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EDITORIAL

The Pachyderm Menace

During the last couple of years or longer, the menace of wild elephants wandering into human habitations in Assam, ruining crops and taking human lives quite unintentionally has been a very frequent tragedy. The herds of wild elephants have got larger every year and their fearful incursions into villages more terrifying. This is something that we have never had to deal with in the past. And going by the frequency of occurrence of this kind of a threat from pachyderms of the forest, people are understandably worried about the menace and about the proper course of action. The growing fear in the minds of our rural folk is fully justified largely because of the failure of the government to devise and implement a course of action that can at least reduce the menace of wild elephants and convince people that the government is aware of the problem and doing whatever is possible to arrive at a satisfactory solution to it. The fear in the minds of people is all the greater because there are no signs to indicate that the government really cares about the problem or intends to do anything about it. The general impression is that our rulers are actually clueless about what needs to be done and have been dragging their feet over the problem. This has led to two serious allegations that are being heard. One is that the government is concerned about such major problems only when they affect the urban population of the State and particularly of Guwahati where our rulers live. The other is that human life has become rather cheap in Assam, and that our rulers do not lose any sleep over what happens to other people as long as they are safe. This is rather unfortunate, and our ministers and bureaucrats must bestir themselves in order to find a viable solution to the problem of wild elephants in the State. One of them could be a concerted drive to tame as many of them as possible and engage them in activities related to the proper maintenance of our forests. Another could be the sale of wild elephants that have been tamed to other countries that need elephants for activities related to the upkeep of forests.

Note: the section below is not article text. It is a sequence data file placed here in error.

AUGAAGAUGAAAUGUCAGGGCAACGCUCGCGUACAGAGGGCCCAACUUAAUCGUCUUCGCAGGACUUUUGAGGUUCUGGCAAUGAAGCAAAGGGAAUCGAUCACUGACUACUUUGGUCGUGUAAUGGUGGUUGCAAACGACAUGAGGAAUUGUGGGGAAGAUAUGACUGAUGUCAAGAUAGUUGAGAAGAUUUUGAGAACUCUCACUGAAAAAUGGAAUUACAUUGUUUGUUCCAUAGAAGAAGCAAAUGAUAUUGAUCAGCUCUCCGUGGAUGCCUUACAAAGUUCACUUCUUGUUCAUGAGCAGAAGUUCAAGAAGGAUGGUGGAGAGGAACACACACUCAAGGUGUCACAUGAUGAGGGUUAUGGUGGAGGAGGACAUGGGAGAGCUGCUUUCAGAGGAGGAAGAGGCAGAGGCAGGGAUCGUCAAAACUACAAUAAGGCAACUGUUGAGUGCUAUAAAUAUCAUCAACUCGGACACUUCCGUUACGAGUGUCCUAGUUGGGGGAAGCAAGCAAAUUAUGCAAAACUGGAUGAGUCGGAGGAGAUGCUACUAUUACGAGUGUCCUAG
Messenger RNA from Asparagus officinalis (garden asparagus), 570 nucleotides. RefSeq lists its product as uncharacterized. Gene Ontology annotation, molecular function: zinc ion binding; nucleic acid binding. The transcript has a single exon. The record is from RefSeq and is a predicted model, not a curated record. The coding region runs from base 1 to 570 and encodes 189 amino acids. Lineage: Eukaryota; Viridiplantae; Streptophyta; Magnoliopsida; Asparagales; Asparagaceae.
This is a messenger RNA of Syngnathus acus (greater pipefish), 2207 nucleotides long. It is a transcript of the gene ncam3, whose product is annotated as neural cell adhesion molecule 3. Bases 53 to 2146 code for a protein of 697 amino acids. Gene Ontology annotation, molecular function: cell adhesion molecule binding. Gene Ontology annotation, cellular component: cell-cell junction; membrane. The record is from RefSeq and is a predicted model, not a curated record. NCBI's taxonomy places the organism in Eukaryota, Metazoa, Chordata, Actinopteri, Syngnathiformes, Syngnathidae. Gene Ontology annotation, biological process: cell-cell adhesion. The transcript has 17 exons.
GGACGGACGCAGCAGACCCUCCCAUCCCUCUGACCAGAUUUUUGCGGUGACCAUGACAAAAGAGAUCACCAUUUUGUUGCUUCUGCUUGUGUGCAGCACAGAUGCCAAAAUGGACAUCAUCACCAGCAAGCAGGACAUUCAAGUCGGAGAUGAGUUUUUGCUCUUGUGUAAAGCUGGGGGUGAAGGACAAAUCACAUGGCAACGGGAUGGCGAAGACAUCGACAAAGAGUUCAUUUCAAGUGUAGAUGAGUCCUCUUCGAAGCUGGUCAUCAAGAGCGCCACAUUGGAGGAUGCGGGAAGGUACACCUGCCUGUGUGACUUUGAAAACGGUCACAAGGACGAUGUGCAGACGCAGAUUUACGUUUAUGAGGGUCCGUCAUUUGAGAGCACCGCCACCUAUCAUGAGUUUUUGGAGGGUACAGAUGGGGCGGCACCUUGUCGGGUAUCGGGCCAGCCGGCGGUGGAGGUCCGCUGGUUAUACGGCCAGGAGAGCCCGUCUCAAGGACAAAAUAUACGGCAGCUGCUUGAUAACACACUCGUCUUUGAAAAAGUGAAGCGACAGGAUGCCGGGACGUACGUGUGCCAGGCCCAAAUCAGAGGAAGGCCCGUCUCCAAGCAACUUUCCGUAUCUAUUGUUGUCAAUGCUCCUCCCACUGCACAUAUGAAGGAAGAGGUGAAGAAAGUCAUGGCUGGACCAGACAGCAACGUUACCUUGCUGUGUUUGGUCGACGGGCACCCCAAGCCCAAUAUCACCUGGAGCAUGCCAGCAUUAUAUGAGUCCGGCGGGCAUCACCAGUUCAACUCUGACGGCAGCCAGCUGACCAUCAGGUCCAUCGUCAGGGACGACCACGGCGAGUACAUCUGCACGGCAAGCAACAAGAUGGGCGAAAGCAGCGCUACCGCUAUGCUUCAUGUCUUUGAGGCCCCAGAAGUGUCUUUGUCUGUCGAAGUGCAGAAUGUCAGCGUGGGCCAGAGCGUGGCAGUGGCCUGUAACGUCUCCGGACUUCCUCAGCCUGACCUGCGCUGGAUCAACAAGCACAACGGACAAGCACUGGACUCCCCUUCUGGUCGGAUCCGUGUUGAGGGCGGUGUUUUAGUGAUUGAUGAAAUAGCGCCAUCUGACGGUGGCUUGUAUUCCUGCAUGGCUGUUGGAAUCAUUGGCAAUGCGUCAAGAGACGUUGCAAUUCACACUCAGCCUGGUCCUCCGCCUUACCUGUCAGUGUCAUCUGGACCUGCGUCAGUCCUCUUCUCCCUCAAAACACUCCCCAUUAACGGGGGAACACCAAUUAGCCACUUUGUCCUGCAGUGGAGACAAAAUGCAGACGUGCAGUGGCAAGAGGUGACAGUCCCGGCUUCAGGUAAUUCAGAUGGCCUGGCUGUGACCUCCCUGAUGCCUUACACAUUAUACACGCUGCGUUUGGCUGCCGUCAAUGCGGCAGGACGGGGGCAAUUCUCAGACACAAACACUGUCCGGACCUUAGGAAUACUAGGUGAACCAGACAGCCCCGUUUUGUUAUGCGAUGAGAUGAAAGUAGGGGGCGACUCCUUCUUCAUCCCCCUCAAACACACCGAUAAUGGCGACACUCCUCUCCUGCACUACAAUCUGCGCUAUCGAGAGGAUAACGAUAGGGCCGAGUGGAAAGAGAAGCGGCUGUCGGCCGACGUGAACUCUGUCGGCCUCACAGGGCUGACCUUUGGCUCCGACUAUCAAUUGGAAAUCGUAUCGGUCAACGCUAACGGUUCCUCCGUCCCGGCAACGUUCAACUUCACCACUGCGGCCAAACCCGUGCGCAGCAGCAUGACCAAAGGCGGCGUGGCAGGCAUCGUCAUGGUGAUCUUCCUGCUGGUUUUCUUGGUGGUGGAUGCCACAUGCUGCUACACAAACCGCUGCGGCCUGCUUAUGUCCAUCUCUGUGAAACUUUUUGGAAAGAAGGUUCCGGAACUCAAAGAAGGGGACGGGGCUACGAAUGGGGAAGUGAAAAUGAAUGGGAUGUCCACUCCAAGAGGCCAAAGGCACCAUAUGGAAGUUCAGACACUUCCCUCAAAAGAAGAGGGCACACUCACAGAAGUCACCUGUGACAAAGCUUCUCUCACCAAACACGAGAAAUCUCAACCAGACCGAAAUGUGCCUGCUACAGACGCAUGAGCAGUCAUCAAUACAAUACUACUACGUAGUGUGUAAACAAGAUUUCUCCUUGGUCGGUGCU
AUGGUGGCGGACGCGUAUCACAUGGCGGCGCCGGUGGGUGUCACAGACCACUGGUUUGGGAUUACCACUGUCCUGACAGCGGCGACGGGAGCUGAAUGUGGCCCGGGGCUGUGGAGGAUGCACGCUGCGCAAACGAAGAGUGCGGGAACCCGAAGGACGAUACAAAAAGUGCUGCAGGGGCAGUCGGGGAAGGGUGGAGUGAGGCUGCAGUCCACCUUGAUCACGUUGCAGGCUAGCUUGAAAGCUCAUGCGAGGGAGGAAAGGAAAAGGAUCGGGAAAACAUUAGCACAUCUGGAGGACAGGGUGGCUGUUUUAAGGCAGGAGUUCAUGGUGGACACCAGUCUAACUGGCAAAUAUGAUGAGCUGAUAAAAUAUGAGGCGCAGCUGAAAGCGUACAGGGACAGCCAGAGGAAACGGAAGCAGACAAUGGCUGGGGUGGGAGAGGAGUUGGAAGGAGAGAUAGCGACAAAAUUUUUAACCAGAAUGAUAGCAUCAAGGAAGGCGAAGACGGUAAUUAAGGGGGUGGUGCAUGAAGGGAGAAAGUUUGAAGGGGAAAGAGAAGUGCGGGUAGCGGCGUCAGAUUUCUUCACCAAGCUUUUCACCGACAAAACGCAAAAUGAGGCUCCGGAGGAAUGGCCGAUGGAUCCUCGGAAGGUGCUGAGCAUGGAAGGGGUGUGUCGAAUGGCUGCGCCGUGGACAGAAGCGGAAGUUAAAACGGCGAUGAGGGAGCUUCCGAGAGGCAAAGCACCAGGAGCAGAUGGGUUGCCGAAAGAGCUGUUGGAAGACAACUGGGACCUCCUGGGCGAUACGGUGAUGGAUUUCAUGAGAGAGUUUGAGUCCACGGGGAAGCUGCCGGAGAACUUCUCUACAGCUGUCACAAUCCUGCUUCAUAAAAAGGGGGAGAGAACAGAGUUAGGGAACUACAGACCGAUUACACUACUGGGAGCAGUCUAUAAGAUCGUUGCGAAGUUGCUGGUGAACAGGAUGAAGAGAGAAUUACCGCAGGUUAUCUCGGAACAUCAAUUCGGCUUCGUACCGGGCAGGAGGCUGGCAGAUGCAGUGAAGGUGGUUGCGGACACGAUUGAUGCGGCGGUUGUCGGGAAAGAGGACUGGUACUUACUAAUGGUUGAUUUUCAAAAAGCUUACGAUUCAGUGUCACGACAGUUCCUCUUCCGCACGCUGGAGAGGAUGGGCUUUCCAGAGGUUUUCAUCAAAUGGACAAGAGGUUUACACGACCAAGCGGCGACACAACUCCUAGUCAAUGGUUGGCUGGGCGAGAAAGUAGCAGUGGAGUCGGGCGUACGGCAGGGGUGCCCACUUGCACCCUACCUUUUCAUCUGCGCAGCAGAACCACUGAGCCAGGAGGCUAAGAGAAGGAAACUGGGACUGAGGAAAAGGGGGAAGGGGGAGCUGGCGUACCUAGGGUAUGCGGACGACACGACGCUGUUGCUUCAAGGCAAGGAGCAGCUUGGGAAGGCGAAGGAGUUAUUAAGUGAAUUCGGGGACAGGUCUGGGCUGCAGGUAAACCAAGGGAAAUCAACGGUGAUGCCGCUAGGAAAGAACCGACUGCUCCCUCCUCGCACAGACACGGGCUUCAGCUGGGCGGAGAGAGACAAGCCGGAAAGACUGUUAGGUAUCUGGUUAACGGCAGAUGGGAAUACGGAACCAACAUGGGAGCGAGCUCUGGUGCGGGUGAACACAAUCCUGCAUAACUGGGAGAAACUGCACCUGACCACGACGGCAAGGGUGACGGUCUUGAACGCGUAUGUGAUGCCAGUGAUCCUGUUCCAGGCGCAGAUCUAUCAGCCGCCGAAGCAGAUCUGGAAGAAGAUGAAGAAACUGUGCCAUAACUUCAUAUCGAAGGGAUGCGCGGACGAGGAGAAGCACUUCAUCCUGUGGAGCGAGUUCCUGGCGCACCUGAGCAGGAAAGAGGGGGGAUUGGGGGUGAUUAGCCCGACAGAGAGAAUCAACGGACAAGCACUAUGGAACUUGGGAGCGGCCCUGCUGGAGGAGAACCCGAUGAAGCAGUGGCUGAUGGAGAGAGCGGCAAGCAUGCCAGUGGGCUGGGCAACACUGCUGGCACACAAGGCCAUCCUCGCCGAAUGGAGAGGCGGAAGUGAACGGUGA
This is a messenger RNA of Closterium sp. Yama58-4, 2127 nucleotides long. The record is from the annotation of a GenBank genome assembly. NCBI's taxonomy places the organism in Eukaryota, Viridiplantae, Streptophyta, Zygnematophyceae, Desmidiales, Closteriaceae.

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Sentinel Group